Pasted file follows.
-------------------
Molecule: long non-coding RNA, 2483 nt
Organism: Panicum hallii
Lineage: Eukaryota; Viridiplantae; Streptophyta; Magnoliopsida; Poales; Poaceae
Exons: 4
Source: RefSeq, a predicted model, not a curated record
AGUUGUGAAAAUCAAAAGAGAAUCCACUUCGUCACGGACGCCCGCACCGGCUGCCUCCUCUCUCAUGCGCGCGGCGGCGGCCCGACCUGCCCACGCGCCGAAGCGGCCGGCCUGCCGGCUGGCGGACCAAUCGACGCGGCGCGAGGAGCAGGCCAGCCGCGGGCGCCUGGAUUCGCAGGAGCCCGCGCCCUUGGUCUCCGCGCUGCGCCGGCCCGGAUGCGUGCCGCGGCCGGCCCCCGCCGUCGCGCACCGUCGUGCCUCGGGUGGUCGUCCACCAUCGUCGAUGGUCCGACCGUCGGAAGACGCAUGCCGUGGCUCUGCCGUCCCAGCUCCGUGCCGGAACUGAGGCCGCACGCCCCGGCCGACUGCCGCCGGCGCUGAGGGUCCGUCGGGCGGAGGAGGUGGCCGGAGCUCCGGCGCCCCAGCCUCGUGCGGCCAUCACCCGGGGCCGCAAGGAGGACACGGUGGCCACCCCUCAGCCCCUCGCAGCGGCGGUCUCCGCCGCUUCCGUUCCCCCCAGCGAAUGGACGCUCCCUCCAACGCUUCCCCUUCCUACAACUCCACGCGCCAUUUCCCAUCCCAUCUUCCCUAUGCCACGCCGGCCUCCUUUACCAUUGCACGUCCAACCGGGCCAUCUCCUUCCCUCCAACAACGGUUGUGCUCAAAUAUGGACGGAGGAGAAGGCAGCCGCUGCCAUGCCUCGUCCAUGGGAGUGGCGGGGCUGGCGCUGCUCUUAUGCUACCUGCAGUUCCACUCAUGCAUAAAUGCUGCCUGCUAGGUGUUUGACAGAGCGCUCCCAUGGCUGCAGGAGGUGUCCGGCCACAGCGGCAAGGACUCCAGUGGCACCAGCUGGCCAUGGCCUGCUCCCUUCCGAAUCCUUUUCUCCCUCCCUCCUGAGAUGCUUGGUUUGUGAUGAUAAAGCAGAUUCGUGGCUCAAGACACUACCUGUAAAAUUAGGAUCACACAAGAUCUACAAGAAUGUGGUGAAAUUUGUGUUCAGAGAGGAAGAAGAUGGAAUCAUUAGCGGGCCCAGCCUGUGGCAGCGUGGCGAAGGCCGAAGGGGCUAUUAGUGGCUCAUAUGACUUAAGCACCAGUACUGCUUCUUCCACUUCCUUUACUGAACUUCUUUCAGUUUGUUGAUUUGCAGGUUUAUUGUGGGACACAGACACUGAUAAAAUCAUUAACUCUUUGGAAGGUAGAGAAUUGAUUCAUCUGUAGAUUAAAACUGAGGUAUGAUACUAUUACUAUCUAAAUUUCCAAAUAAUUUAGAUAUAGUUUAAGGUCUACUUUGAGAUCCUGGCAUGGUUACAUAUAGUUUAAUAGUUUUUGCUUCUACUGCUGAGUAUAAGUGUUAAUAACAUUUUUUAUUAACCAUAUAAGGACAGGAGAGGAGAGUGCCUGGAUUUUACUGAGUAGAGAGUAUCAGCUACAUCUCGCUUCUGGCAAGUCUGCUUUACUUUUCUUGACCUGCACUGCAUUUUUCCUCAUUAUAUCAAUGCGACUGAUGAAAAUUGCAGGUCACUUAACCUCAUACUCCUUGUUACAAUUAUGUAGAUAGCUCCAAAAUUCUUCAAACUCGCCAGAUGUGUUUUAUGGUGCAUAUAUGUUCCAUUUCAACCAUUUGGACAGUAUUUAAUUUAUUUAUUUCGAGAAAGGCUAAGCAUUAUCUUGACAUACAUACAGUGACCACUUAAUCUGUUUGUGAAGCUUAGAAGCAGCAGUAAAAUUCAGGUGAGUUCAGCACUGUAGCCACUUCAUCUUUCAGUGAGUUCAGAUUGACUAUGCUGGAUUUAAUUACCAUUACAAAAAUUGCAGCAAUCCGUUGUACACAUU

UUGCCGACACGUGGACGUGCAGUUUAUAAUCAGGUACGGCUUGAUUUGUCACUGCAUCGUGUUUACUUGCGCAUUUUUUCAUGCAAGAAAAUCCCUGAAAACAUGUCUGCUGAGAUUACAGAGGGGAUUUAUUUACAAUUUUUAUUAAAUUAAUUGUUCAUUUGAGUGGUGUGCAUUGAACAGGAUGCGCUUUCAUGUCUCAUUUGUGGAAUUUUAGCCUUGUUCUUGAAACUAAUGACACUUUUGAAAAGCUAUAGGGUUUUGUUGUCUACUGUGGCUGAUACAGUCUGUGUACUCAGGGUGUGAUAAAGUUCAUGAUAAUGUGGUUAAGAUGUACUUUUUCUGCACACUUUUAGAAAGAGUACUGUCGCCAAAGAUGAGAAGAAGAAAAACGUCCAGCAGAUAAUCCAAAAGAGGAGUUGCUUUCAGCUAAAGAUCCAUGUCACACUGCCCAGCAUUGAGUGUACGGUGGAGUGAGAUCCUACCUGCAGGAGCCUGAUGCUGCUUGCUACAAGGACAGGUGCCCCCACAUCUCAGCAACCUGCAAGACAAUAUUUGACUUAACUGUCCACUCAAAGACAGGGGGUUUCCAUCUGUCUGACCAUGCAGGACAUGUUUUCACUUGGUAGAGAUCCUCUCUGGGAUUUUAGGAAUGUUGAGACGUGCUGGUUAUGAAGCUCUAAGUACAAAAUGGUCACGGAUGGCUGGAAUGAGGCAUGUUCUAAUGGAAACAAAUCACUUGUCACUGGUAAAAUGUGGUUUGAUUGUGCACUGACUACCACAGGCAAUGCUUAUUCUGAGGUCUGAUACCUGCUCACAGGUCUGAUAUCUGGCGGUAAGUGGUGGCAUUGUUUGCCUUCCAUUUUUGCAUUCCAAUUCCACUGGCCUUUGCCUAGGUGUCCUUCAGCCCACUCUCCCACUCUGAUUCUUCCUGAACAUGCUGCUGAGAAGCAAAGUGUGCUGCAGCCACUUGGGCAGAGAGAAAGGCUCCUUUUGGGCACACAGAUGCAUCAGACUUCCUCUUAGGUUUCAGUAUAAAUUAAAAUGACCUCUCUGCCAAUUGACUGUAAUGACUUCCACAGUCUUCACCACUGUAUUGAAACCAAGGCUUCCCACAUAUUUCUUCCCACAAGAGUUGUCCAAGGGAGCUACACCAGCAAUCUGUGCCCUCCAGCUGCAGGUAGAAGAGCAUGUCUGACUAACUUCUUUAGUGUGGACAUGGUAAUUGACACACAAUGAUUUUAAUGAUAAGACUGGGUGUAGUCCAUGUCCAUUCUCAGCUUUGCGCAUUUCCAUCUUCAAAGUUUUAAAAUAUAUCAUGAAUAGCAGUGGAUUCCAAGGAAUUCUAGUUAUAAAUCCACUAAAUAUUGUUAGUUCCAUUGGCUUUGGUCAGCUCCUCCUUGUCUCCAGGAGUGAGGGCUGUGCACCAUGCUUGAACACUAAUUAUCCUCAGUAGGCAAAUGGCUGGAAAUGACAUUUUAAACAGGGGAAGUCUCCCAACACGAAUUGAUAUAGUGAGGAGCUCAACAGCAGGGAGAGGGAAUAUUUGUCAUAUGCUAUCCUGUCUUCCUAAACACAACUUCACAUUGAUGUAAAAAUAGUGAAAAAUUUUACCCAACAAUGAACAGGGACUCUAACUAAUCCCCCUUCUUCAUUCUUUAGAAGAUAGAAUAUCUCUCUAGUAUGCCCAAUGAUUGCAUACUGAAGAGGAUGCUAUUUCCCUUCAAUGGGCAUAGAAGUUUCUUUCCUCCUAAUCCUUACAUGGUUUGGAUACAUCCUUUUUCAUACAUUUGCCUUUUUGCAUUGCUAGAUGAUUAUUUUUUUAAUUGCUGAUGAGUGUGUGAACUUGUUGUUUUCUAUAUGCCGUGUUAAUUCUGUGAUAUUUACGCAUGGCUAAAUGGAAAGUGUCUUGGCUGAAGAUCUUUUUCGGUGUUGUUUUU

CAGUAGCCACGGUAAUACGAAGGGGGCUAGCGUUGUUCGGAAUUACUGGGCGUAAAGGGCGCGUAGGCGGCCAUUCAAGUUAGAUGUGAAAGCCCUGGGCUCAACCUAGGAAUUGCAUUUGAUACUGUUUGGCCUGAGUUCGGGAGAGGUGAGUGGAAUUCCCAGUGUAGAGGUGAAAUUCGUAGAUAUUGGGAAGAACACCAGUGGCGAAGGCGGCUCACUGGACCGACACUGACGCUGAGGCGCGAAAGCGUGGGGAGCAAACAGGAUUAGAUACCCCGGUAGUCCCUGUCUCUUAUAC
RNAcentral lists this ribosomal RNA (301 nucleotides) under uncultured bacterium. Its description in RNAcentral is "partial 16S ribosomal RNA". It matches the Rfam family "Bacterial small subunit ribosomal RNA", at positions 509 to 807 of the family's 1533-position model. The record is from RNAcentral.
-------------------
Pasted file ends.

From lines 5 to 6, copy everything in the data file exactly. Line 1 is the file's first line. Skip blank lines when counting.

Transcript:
Source: RefSeq, a predicted model, not a curated record
AGUUGUGAAAAUCAAAAGAGAAUCCACUUCGUCACGGACGCCCGCACCGGCUGCCUCCUCUCUCAUGCGCGCGGCGGCGGCCCGACCUGCCCACGCGCCGAAGCGGCCGGCCUGCCGGCUGGCGGACCAAUCGACGCGGCGCGAGGAGCAGGCCAGCCGCGGGCGCCUGGAUUCGCAGGAGCCCGCGCCCUUGGUCUCCGCGCUGCGCCGGCCCGGAUGCGUGCCGCGGCCGGCCCCCGCCGUCGCGCACCGUCGUGCCUCGGGUGGUCGUCCACCAUCGUCGAUGGUCCGACCGUCGGAAGACGCAUGCCGUGGCUCUGCCGUCCCAGCUCCGUGCCGGAACUGAGGCCGCACGCCCCGGCCGACUGCCGCCGGCGCUGAGGGUCCGUCGGGCGGAGGAGGUGGCCGGAGCUCCGGCGCCCCAGCCUCGUGCGGCCAUCACCCGGGGCCGCAAGGAGGACACGGUGGCCACCCCUCAGCCCCUCGCAGCGGCGGUCUCCGCCGCUUCCGUUCCCCCCAGCGAAUGGACGCUCCCUCCAACGCUUCCCCUUCCUACAACUCCACGCGCCAUUUCCCAUCCCAUCUUCCCUAUGCCACGCCGGCCUCCUUUACCAUUGCACGUCCAACCGGGCCAUCUCCUUCCCUCCAACAACGGUUGUGCUCAAAUAUGGACGGAGGAGAAGGCAGCCGCUGCCAUGCCUCGUCCAUGGGAGUGGCGGGGCUGGCGCUGCUCUUAUGCUACCUGCAGUUCCACUCAUGCAUAAAUGCUGCCUGCUAGGUGUUUGACAGAGCGCUCCCAUGGCUGCAGGAGGUGUCCGGCCACAGCGGCAAGGACUCCAGUGGCACCAGCUGGCCAUGGCCUGCUCCCUUCCGAAUCCUUUUCUCCCUCCCUCCUGAGAUGCUUGGUUUGUGAUGAUAAAGCAGAUUCGUGGCUCAAGACACUACCUGUAAAAUUAGGAUCACACAAGAUCUACAAGAAUGUGGUGAAAUUUGUGUUCAGAGAGGAAGAAGAUGGAAUCAUUAGCGGGCCCAGCCUGUGGCAGCGUGGCGAAGGCCGAAGGGGCUAUUAGUGGCUCAUAUGACUUAAGCACCAGUACUGCUUCUUCCACUUCCUUUACUGAACUUCUUUCAGUUUGUUGAUUUGCAGGUUUAUUGUGGGACACAGACACUGAUAAAAUCAUUAACUCUUUGGAAGGUAGAGAAUUGAUUCAUCUGUAGAUUAAAACUGAGGUAUGAUACUAUUACUAUCUAAAUUUCCAAAUAAUUUAGAUAUAGUUUAAGGUCUACUUUGAGAUCCUGGCAUGGUUACAUAUAGUUUAAUAGUUUUUGCUUCUACUGCUGAGUAUAAGUGUUAAUAACAUUUUUUAUUAACCAUAUAAGGACAGGAGAGGAGAGUGCCUGGAUUUUACUGAGUAGAGAGUAUCAGCUACAUCUCGCUUCUGGCAAGUCUGCUUUACUUUUCUUGACCUGCACUGCAUUUUUCCUCAUUAUAUCAAUGCGACUGAUGAAAAUUGCAGGUCACUUAACCUCAUACUCCUUGUUACAAUUAUGUAGAUAGCUCCAAAAUUCUUCAAACUCGCCAGAUGUGUUUUAUGGUGCAUAUAUGUUCCAUUUCAACCAUUUGGACAGUAUUUAAUUUAUUUAUUUCGAGAAAGGCUAAGCAUUAUCUUGACAUACAUACAGUGACCACUUAAUCUGUUUGUGAAGCUUAGAAGCAGCAGUAAAAUUCAGGUGAGUUCAGCACUGUAGCCACUUCAUCUUUCAGUGAGUUCAGAUUGACUAUGCUGGAUUUAAUUACCAUUACAAAAAUUGCAGCAAUCCGUUGUACACAUU